Calvary 2013

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After he is threatened during a confession, a good-natured priest must battle the dark forces closing in around him.

Starring:
Kelly Reilly, Dylan Moran
Rental Formats:
DVD, Blu-ray

Product Details

Discs
  • Feature ages_15_and_over
Runtime 1 hour 41 minutes
Starring Kelly Reilly, Dylan Moran, Chris O'Dowd, Brendan Gleeson, Aidan Gillen
Director John Michael McDonagh
Genres Comedy
Studio E1 Films
Rental release 11 August 2014
Main languages English
Hearing impaired subtitles English
Discs
  • Feature ages_15_and_over
Runtime 1 hour 41 minutes
Starring Kelly Reilly, Dylan Moran, Chris O'Dowd, Brendan Gleeson, Aidan Gillen
Director John Michael McDonagh
Genres Comedy
Studio E1 Films
Rental release 11 August 2014
Main languages English
Hearing impaired subtitles English

Customer Reviews

3.9 out of 5 stars

Most Helpful Customer Reviews

39 of 41 people found the following review helpful By James Argles on 8 Nov. 2014
Format: DVD Verified Purchase
This is simply one of the most important films about faith, doubt, humanity, inhumanity, the strengths and weaknesses of religion and the myriad vagaries of humanity that I've ever seen.

The balance of intense drama, raven-black comedy and wrenching pathos is as perfectly achieved as one could wish. Aristotle defined tragedy as a mixture of pity and fear - in that sense, this film plays out a particularly human tragedy.

The supporting cast - with special mention to Aidan Gillen - is brilliant. The uncredited "character" of the Irish land- and sea-scape plays a powerful part too.

Cinematography and script and score? Gripping on all counts.

Gleeson? No point hoping for an Oscar, they don't award them for performances this good. It's impossible to describe the subtlety and range of what he does... Every nuance captured but not overdone, every shade of emotion employed which finds a hotline into the priest's inner being. This is surely one of THE great film roles.

A stone-cold shocker of an ending, which left me reeling, grieving, and in a state of pre-cathartic turmoil. And I don't even believe in God.

That's the long version. The short version is:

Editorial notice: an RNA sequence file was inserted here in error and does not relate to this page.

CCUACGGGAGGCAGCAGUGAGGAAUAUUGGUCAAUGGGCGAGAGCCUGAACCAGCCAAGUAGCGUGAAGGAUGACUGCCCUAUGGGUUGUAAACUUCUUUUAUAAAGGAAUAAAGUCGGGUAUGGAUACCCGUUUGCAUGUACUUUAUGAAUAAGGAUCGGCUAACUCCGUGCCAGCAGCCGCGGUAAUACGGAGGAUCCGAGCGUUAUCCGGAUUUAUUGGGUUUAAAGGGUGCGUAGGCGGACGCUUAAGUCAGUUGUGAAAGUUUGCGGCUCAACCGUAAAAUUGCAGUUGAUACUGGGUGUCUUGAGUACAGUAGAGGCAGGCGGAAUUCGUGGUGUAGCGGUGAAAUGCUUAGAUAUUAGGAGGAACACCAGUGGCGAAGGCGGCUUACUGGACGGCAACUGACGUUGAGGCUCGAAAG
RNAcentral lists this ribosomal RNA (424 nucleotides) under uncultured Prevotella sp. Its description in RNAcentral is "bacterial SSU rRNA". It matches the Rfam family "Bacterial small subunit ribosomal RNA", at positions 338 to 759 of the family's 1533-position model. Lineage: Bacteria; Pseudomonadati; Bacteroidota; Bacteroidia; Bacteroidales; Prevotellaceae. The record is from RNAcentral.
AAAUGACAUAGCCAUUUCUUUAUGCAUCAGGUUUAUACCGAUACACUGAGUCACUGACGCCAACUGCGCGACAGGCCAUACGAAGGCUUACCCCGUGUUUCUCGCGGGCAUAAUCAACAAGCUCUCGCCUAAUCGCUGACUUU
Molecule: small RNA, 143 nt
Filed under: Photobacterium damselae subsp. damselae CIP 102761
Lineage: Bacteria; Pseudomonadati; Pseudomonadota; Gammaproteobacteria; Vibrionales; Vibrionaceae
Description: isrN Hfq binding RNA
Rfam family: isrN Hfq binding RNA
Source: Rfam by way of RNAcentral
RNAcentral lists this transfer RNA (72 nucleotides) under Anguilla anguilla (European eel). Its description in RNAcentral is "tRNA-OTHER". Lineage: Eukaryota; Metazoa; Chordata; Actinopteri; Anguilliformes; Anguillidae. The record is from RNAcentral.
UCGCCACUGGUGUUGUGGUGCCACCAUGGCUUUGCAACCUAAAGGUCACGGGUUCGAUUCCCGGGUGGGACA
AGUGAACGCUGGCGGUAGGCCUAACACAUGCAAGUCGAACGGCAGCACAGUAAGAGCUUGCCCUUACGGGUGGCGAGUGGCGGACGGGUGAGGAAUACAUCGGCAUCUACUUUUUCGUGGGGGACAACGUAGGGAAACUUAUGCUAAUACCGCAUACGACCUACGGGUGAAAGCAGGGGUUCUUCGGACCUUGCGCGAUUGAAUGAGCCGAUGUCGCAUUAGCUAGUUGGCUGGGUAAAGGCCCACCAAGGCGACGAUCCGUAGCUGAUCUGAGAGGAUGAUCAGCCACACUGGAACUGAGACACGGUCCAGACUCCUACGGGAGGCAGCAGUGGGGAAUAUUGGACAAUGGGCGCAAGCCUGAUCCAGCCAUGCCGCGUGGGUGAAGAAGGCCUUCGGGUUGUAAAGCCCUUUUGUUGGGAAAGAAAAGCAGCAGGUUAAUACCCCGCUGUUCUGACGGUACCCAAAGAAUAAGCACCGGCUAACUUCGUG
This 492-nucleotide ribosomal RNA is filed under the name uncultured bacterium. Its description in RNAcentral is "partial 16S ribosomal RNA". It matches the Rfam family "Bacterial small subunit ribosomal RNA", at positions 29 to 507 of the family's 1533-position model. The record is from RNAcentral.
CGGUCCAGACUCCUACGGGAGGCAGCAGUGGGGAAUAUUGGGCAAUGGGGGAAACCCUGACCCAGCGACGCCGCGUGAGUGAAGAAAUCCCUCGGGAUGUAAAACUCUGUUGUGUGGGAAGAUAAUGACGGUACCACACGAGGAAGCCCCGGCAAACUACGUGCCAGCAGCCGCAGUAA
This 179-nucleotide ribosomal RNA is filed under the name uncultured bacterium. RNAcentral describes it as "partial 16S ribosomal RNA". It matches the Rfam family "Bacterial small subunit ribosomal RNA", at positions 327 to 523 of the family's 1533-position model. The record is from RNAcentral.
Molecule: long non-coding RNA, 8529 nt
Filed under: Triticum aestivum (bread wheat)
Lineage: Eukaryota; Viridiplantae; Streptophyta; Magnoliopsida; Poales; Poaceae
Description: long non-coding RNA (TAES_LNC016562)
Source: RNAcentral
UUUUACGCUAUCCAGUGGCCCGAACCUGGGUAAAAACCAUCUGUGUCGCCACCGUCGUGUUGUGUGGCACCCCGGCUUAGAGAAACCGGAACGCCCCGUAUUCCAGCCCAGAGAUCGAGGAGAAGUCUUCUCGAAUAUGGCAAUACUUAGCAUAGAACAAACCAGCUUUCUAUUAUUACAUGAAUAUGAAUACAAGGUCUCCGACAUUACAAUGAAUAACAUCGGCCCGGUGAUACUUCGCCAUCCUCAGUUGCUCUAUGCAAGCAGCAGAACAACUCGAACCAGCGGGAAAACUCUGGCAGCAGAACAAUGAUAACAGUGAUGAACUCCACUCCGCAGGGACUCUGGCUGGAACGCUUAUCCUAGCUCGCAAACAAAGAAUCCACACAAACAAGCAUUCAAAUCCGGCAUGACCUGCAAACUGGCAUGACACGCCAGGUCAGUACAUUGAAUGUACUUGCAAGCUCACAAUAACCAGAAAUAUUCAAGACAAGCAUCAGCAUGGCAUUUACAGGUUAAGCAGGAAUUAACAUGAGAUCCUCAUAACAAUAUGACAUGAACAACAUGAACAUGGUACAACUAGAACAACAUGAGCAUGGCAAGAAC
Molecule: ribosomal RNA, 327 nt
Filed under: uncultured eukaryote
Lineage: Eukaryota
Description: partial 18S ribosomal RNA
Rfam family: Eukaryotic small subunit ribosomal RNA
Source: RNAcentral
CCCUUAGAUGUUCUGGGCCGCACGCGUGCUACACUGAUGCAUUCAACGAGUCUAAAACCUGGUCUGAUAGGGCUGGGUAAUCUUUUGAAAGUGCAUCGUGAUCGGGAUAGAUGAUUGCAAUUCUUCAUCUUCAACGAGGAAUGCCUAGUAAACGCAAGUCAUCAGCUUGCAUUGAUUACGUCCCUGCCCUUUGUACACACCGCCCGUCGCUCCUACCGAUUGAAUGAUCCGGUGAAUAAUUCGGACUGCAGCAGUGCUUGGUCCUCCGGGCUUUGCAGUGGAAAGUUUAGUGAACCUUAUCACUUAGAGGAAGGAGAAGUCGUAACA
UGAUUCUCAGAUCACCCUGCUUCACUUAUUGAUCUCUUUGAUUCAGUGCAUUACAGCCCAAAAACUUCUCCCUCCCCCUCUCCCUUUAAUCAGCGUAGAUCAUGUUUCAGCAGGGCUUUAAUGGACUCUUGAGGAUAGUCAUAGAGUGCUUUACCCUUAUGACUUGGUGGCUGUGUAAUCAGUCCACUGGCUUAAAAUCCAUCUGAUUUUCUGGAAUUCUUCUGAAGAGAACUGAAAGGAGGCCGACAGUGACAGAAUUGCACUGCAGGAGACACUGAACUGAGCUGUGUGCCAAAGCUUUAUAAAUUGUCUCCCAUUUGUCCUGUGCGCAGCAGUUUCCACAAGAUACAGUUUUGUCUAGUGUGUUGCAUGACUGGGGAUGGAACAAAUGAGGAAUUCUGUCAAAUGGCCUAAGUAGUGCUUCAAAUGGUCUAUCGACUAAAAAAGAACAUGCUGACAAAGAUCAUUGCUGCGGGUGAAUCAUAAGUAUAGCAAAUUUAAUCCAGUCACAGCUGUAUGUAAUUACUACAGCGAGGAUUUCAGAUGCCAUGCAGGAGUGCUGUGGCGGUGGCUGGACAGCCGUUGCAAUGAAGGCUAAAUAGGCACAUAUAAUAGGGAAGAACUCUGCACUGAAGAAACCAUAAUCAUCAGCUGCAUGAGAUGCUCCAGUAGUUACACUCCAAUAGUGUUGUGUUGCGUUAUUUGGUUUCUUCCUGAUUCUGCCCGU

If you love film, watch this film.
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4 of 4 people found the following review helpful By Ormsirk Writer on 20 Mar. 2015
Format: DVD Verified Purchase
In this ultimately bleak, but often warming story from County Sligo, John Michael McDonagh has constructed an arresting and compelling journey through the angst of modern Ireland.
The journey takes the form of a completely ‘unholy’ week in the life of a priest, who is played with dignity and considerable warmth by Brendan Gleeson. As a Dad and widower with a late vocation, Father James seems to embody less of the traumatic legacies of the Catholic Church in Ireland. However, the moment he has to listen, from his confessional, to the film’s shocking opening line, we know that he will be held accountable for Catholicism and the country’s wider ills. In that dark moment, he is told that he will pay the ultimate price for the sins of other Fathers, being sacrificed, Christ-like, as a ‘good priest’.
And his very goodness is subsequently corrupted by his fear and indecision about who to relate the threat to, and how; the supercilious bishop is cordially unhelpful, while a retired police friend is as sceptical as he is cynical about the cleric’s plight. Understandably, his troubled daughter (played with great edginess by Kelly Reilly) is spared any hint of the present danger, but, when Father James decides to fly out of the area to avoid his appointment with death, there’s a sense of relief: why would you stay to be killed?
Yet, as it turns out, there is to be no easy escape for the priest. The dysfunctional cocktail of his parishioners’ woes and self-destructive cynicism tugs him back for a final act of self-abasement.